Microneedling Improves Appearance of Surgical Scars – Especially If Performed Early
Performed early after surgery, a procedure called microneedling can improve the final appearance of surgical scars – with best results if done within 6 to 7 weeks, reports a study in the September issue of Plastic and Reconstructive Surgery®, the official medical journal of the American Society of Plastic Surgeons (ASPS).
That's in contrast to the "conventional wisdom" that treatments to improve the appearance of surgical scars should be delayed for up to a year, according to the new research by Casey Gene Sheck, DO, of Cooper University Hospital, Camden, N.J., and colleagues. They write, "Our findings suggest that microneedling 6 weeks after surgery to restart the healing process is an option to improve the final outcomes of postoperative scarring,"
'Paradigm shift' on preventive approaches to improve scarring
Microneedling is a nonsurgical technique that has been used to improve the appearance of the skin in a number of conditions, such as chronic acne scars. In this procedure, after the skin is numbed, a power handpiece with needles of different sizes is used to is used to create tiny channels in the skin.
Sometimes called "minimally invasive percutaneous collagen induction," microneedling works by inducing the body's own healing factors, such as collagen and elastin. Typically, microneedling or other treatments to improve the appearance of surgical scars have been delayed until after the scar has fully matured: between 6 and 12 months. Dr. Sheck and colleagues evaluated an alternative approach using microneedling in earlier phases of the healing process, with the goal of reactivating the healing pathway.
The study included 25 women with surgical scars resulting from various plastic/skin surgery procedures, such as benign lesion removal, facelift or tummy tuck. Each patient underwent microneedling, with the first treatment performed at 6 and 16 weeks after surgery. The second and third treatments were performed 4 and 8 weeks later, respectively.
After microneedling, the patients had significant improvement in scar appearance, based on three different standardized assessments. For example, on the Patient and Observer Scar Scale (POSAS, with a range from 6 to 60, with lower scores indicating better appearance), average score decreased from 23.7 before microneedling to 11.7 at follow-up (two months after the last treatment).
The researchers also compared results for patients who started microneedling earlier, 6 to 7 weeks after surgery; versus later, 13 to 16 weeks. The results showed "markedly better" improvement in POSAS scores for the earlier treatment group: from 16.8 to 8.1, compared with 26.1 to 14.2 in the later treatment group. Outcomes were similar for patients in different age groups and for those with scars located on the body versus face.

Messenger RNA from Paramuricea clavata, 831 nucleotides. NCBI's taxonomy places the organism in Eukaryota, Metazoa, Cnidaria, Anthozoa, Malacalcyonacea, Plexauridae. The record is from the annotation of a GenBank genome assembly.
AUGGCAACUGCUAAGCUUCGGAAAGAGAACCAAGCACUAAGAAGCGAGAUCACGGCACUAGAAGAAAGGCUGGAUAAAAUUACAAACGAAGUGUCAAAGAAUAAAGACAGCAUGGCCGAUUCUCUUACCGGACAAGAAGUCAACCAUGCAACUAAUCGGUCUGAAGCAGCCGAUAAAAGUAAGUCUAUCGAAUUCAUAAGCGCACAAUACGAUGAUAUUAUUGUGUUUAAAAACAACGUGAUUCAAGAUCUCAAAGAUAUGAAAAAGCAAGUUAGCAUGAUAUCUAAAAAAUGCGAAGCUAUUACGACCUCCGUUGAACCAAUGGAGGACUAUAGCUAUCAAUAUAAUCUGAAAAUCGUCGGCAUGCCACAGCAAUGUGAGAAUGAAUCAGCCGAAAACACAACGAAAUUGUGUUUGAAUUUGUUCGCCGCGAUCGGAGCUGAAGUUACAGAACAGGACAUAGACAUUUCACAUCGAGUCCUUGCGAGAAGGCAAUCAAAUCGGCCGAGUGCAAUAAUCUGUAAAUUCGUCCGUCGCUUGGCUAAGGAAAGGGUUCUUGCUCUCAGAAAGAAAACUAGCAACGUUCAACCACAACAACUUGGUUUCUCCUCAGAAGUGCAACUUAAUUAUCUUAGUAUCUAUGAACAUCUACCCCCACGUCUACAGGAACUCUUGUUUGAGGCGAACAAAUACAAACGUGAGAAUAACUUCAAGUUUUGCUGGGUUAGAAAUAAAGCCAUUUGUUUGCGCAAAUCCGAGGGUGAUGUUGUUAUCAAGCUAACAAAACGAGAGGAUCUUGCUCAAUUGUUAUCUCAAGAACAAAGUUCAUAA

The study raises new questions about the timing of microneedling to improve the appearance of surgical scars. In contrast to the standard advice to delay treatment until the scar is completely healed, the new study suggests that early microneedling – performed during the late proliferation/early maturation phase of healing – produces can markedly improve final scar appearance. The improvement may result from reactivation of the healing process at a time when collagen production has started to decline.
"While more research is needed to fully evaluate this finding, it certainly represents a significant paradigm shift in scar management," Dr. Sheck and colleagues conclude. "Patients and surgeons interested in maximizing scar management may elect for early intervention with microneedling prior to development of undesirable scars as a matter of preventative care."
Plastic and Reconstructive Surgery® is published by Wolters Kluwer.
Click here to read "Microneedling Outcomes in Early Postsurgical Scars"
Article: "Microneedling Outcomes in Early Postsurgical Scars" (doi: 10.1097/PRS.0000000000009466)
About Plastic and Reconstructive Surgery
For over 75 years, Plastic and Reconstructive Surgery® has been the one consistently excellent reference for every specialist who uses plastic surgery techniques or works in conjunction with a plastic surgeon. The official journal of the American Society of Plastic Surgeons, Plastic and Reconstructive Surgery® brings subscribers up-to-the-minute reports on the latest techniques and follow-up for all areas of plastic and reconstructive surgery, including breast reconstruction, experimental studies, maxillofacial reconstruction, hand and microsurgery, burn repair and cosmetic surgery, as well as news on medico-legal issues.
The American Society of Plastic Surgeons (ASPS) is the largest organization of board-certified plastic surgeons in the world. Representing more than 11,000 physician members worldwide, the society is recognized as a leading authority and information source on cosmetic and reconstructive plastic surgery. ASPS comprises more than 92 percent of all board-certified plastic surgeons in the United States. Founded in 1931, the society represents physicians certified by The American Board of Plastic Surgery or The Royal College of Physicians and Surgeons of Canada.
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